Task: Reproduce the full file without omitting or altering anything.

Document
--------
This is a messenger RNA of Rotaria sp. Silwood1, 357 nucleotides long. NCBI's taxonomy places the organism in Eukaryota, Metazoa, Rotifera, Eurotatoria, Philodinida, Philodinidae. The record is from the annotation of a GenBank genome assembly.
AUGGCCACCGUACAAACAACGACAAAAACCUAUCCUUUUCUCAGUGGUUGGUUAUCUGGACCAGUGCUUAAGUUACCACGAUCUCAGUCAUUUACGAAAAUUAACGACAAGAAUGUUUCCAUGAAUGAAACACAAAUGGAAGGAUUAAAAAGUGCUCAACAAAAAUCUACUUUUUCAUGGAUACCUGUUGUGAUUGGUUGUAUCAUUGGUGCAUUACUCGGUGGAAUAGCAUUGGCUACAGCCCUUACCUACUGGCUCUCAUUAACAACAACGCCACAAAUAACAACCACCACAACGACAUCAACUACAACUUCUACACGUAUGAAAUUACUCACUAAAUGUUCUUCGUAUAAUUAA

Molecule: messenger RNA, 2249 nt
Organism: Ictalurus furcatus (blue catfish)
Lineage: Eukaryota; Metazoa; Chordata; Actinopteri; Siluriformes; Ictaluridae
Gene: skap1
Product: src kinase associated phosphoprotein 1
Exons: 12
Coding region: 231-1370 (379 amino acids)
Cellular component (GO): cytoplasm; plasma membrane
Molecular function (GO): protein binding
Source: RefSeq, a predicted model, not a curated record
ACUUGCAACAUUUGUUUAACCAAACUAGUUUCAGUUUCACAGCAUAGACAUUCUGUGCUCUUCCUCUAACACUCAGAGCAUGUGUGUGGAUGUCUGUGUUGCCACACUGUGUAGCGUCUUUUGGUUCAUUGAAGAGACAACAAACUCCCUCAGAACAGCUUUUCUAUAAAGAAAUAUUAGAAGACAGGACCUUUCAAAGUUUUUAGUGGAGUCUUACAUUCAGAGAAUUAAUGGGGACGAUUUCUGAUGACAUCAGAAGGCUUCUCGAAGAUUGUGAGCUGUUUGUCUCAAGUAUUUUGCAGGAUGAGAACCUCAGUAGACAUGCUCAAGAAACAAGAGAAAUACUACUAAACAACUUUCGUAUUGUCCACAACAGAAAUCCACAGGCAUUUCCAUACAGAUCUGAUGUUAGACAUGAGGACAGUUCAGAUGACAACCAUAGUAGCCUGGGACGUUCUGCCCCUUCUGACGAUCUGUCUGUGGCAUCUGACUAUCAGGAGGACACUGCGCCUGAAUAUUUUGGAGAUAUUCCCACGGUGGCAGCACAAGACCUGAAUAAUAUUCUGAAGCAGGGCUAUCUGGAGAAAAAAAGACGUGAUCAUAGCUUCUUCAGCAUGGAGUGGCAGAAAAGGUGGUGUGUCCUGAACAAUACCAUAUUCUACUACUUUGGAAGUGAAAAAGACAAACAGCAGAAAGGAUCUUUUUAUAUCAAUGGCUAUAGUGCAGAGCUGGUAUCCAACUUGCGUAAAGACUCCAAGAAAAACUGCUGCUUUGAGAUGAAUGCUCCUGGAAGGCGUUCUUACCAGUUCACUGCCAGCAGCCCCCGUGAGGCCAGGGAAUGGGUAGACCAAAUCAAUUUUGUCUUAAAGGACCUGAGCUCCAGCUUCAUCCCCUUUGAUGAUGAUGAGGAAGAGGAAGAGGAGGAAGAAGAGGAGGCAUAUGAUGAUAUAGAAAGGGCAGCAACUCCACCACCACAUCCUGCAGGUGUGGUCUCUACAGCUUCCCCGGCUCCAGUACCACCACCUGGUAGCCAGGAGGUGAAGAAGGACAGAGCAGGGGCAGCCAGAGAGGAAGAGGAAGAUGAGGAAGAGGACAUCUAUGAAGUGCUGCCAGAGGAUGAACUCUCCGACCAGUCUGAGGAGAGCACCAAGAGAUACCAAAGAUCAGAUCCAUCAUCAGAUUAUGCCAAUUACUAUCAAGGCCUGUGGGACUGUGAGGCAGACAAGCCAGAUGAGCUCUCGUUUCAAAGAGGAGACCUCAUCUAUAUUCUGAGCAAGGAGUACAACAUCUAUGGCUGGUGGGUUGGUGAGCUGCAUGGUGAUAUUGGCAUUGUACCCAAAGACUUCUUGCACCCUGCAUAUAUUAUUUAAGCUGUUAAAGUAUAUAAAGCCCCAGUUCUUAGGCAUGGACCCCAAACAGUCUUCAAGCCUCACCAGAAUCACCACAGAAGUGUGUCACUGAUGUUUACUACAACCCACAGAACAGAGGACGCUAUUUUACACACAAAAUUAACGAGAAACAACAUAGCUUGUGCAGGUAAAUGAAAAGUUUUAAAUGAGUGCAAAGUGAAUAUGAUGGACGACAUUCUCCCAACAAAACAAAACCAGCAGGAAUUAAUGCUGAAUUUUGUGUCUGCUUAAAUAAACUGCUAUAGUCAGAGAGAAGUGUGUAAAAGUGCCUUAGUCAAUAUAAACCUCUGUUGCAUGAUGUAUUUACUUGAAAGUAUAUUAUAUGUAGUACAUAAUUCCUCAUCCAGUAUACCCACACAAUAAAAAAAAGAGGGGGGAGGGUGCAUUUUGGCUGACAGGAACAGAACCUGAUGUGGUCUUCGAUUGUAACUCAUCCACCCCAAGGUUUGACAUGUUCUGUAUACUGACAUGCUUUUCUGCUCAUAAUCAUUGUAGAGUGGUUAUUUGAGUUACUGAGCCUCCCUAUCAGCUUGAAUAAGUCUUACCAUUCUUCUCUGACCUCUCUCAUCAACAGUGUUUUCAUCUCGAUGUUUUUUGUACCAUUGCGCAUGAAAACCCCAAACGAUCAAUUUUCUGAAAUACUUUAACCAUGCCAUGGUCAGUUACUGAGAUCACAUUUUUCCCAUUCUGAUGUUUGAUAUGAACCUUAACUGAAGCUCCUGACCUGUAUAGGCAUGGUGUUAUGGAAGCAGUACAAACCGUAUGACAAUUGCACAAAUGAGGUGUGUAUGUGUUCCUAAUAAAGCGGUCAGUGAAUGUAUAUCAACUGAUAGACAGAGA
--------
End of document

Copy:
This is a messenger RNA of Rotaria sp. Silwood1, 357 nucleotides long. NCBI's taxonomy places the organism in Eukaryota, Metazoa, Rotifera, Eurotatoria, Philodinida, Philodinidae. The record is from the annotation of a GenBank genome assembly.
AUGGCCACCGUACAAACAACGACAAAAACCUAUCCUUUUCUCAGUGGUUGGUUAUCUGGACCAGUGCUUAAGUUACCACGAUCUCAGUCAUUUACGAAAAUUAACGACAAGAAUGUUUCCAUGAAUGAAACACAAAUGGAAGGAUUAAAAAGUGCUCAACAAAAAUCUACUUUUUCAUGGAUACCUGUUGUGAUUGGUUGUAUCAUUGGUGCAUUACUCGGUGGAAUAGCAUUGGCUACAGCCCUUACCUACUGGCUCUCAUUAACAACAACGCCACAAAUAACAACCACCACAACGACAUCAACUACAACUUCUACACGUAUGAAAUUACUCACUAAAUGUUCUUCGUAUAAUUAA

Molecule: messenger RNA, 2249 nt
Organism: Ictalurus furcatus (blue catfish)
Lineage: Eukaryota; Metazoa; Chordata; Actinopteri; Siluriformes; Ictaluridae
Gene: skap1
Product: src kinase associated phosphoprotein 1
Exons: 12
Coding region: 231-1370 (379 amino acids)
Cellular component (GO): cytoplasm; plasma membrane
Molecular function (GO): protein binding
Source: RefSeq, a predicted model, not a curated record
ACUUGCAACAUUUGUUUAACCAAACUAGUUUCAGUUUCACAGCAUAGACAUUCUGUGCUCUUCCUCUAACACUCAGAGCAUGUGUGUGGAUGUCUGUGUUGCCACACUGUGUAGCGUCUUUUGGUUCAUUGAAGAGACAACAAACUCCCUCAGAACAGCUUUUCUAUAAAGAAAUAUUAGAAGACAGGACCUUUCAAAGUUUUUAGUGGAGUCUUACAUUCAGAGAAUUAAUGGGGACGAUUUCUGAUGACAUCAGAAGGCUUCUCGAAGAUUGUGAGCUGUUUGUCUCAAGUAUUUUGCAGGAUGAGAACCUCAGUAGACAUGCUCAAGAAACAAGAGAAAUACUACUAAACAACUUUCGUAUUGUCCACAACAGAAAUCCACAGGCAUUUCCAUACAGAUCUGAUGUUAGACAUGAGGACAGUUCAGAUGACAACCAUAGUAGCCUGGGACGUUCUGCCCCUUCUGACGAUCUGUCUGUGGCAUCUGACUAUCAGGAGGACACUGCGCCUGAAUAUUUUGGAGAUAUUCCCACGGUGGCAGCACAAGACCUGAAUAAUAUUCUGAAGCAGGGCUAUCUGGAGAAAAAAAGACGUGAUCAUAGCUUCUUCAGCAUGGAGUGGCAGAAAAGGUGGUGUGUCCUGAACAAUACCAUAUUCUACUACUUUGGAAGUGAAAAAGACAAACAGCAGAAAGGAUCUUUUUAUAUCAAUGGCUAUAGUGCAGAGCUGGUAUCCAACUUGCGUAAAGACUCCAAGAAAAACUGCUGCUUUGAGAUGAAUGCUCCUGGAAGGCGUUCUUACCAGUUCACUGCCAGCAGCCCCCGUGAGGCCAGGGAAUGGGUAGACCAAAUCAAUUUUGUCUUAAAGGACCUGAGCUCCAGCUUCAUCCCCUUUGAUGAUGAUGAGGAAGAGGAAGAGGAGGAAGAAGAGGAGGCAUAUGAUGAUAUAGAAAGGGCAGCAACUCCACCACCACAUCCUGCAGGUGUGGUCUCUACAGCUUCCCCGGCUCCAGUACCACCACCUGGUAGCCAGGAGGUGAAGAAGGACAGAGCAGGGGCAGCCAGAGAGGAAGAGGAAGAUGAGGAAGAGGACAUCUAUGAAGUGCUGCCAGAGGAUGAACUCUCCGACCAGUCUGAGGAGAGCACCAAGAGAUACCAAAGAUCAGAUCCAUCAUCAGAUUAUGCCAAUUACUAUCAAGGCCUGUGGGACUGUGAGGCAGACAAGCCAGAUGAGCUCUCGUUUCAAAGAGGAGACCUCAUCUAUAUUCUGAGCAAGGAGUACAACAUCUAUGGCUGGUGGGUUGGUGAGCUGCAUGGUGAUAUUGGCAUUGUACCCAAAGACUUCUUGCACCCUGCAUAUAUUAUUUAAGCUGUUAAAGUAUAUAAAGCCCCAGUUCUUAGGCAUGGACCCCAAACAGUCUUCAAGCCUCACCAGAAUCACCACAGAAGUGUGUCACUGAUGUUUACUACAACCCACAGAACAGAGGACGCUAUUUUACACACAAAAUUAACGAGAAACAACAUAGCUUGUGCAGGUAAAUGAAAAGUUUUAAAUGAGUGCAAAGUGAAUAUGAUGGACGACAUUCUCCCAACAAAACAAAACCAGCAGGAAUUAAUGCUGAAUUUUGUGUCUGCUUAAAUAAACUGCUAUAGUCAGAGAGAAGUGUGUAAAAGUGCCUUAGUCAAUAUAAACCUCUGUUGCAUGAUGUAUUUACUUGAAAGUAUAUUAUAUGUAGUACAUAAUUCCUCAUCCAGUAUACCCACACAAUAAAAAAAAGAGGGGGGAGGGUGCAUUUUGGCUGACAGGAACAGAACCUGAUGUGGUCUUCGAUUGUAACUCAUCCACCCCAAGGUUUGACAUGUUCUGUAUACUGACAUGCUUUUCUGCUCAUAAUCAUUGUAGAGUGGUUAUUUGAGUUACUGAGCCUCCCUAUCAGCUUGAAUAAGUCUUACCAUUCUUCUCUGACCUCUCUCAUCAACAGUGUUUUCAUCUCGAUGUUUUUUGUACCAUUGCGCAUGAAAACCCCAAACGAUCAAUUUUCUGAAAUACUUUAACCAUGCCAUGGUCAGUUACUGAGAUCACAUUUUUCCCAUUCUGAUGUUUGAUAUGAACCUUAACUGAAGCUCCUGACCUGUAUAGGCAUGGUGUUAUGGAAGCAGUACAAACCGUAUGACAAUUGCACAAAUGAGGUGUGUAUGUGUUCCUAAUAAAGCGGUCAGUGAAUGUAUAUCAACUGAUAGACAGAGA